Stuttering is an interruption of the normal flow of speech, which takes on many different patterns. Commonly, it involves either saying a string of repeated sounds or making abnormal pauses during speech. In early childhood, stuttering is sometimes part of normal speech development. In fact, about 5% of all young children go through a brief period of stuttering when they are learning to talk. Stuttering typically is first noticed between the ages of 2 and 5. It usually goes away on its own within a matter of months. In a small number of children (around 1%), stuttering continues and may get worse. Boys are more likely to stutter than girls.
In addition, normal problems with fluency tend to come and go, or happen only at certain times (such as when a child is tired or excited), but true stuttering is present most of the time. Once a child begins to stutter, he or she may feel embarrassed, self-conscious or anxious when asked to speak. The child may find it hard to socialize with friends and also may intentionally avoid situations where talking is expected, such as telephone calls, classroom discussions and school plays.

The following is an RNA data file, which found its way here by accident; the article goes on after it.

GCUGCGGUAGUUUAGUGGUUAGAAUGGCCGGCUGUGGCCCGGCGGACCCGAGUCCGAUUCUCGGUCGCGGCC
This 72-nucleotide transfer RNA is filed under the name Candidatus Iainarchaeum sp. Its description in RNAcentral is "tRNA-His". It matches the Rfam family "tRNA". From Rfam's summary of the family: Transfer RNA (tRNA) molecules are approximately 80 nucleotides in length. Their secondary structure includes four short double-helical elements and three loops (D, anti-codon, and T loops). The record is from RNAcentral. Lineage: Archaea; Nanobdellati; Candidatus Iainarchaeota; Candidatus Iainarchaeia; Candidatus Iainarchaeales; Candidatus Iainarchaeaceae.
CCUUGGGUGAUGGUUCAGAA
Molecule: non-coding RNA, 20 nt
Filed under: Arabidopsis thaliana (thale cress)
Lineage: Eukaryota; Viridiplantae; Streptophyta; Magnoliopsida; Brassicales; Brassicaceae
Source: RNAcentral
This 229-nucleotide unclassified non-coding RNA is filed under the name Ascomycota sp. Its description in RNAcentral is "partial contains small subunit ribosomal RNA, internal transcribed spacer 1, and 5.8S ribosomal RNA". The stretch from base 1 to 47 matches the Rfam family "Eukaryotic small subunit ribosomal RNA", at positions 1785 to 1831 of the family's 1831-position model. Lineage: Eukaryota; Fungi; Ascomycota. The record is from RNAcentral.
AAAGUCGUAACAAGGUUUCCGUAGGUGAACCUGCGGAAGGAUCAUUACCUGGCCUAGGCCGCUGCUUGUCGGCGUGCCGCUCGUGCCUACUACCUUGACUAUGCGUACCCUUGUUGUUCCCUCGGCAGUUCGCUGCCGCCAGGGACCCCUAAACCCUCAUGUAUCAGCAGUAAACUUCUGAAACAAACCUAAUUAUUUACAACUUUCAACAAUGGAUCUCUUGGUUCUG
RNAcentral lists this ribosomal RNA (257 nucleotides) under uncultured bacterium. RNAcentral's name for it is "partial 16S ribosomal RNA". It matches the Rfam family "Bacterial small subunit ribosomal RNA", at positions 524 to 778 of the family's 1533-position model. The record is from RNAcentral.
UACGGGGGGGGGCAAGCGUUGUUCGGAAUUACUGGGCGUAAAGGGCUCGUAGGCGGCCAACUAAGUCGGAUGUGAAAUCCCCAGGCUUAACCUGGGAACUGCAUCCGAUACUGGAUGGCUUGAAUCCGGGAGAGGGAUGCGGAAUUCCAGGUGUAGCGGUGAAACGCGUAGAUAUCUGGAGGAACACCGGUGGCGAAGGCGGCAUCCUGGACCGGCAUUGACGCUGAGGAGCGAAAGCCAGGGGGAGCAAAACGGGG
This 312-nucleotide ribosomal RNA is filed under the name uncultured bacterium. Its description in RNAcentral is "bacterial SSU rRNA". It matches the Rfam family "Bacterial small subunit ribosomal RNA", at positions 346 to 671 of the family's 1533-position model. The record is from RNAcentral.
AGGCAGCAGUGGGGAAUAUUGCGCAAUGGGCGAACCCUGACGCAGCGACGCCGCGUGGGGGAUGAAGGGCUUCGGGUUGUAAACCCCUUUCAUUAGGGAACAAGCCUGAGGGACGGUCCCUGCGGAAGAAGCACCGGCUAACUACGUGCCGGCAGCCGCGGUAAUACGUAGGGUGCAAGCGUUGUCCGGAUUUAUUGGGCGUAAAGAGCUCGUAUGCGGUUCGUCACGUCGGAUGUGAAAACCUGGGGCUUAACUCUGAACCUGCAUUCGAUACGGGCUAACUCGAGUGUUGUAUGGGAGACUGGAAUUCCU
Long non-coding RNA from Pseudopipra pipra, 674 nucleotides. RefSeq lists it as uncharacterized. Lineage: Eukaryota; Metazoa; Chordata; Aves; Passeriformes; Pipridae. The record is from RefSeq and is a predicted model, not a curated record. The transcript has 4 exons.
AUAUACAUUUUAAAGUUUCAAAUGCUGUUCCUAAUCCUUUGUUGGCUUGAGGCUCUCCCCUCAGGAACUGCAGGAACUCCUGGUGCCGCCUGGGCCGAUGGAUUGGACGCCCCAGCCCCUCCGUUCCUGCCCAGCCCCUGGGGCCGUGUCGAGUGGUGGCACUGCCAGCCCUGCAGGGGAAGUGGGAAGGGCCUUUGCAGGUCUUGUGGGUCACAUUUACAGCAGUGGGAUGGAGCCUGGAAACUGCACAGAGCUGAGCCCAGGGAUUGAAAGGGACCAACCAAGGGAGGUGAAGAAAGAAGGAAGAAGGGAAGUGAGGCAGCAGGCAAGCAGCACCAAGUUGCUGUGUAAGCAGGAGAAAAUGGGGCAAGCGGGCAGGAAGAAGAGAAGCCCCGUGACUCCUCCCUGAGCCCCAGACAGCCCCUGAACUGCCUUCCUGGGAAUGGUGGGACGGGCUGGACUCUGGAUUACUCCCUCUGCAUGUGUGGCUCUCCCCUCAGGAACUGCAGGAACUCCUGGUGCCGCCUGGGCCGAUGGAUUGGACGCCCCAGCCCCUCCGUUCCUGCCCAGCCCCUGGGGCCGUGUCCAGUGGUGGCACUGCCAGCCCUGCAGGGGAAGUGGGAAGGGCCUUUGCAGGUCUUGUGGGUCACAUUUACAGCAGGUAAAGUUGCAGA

Pneumococcal bacteremia (bloodstream infection) cases total more than 50,000 each year in the United States (bacteremia occurs in approximately 25% of all pneumococcal pneumonia cases). The case fatality rate for those with pneumonia complicated by bacteremia is approximately 20%, but may be as high as 60% for elderly patients. Pneumococcal meningitis cases total about 3,000 each year in the United States, and the mortality rate is 10-30%. Pneumococcal pneumonia causes an estimated 175,000 hospitalizations each year in the United States, and has a case fatality rate of 5-7% (in the elderly this figure is higher). Pneumococcus is the cause of up to 36% of community-acquired pneumonia cases, and 50% of community-acquired cases that require hospitalization.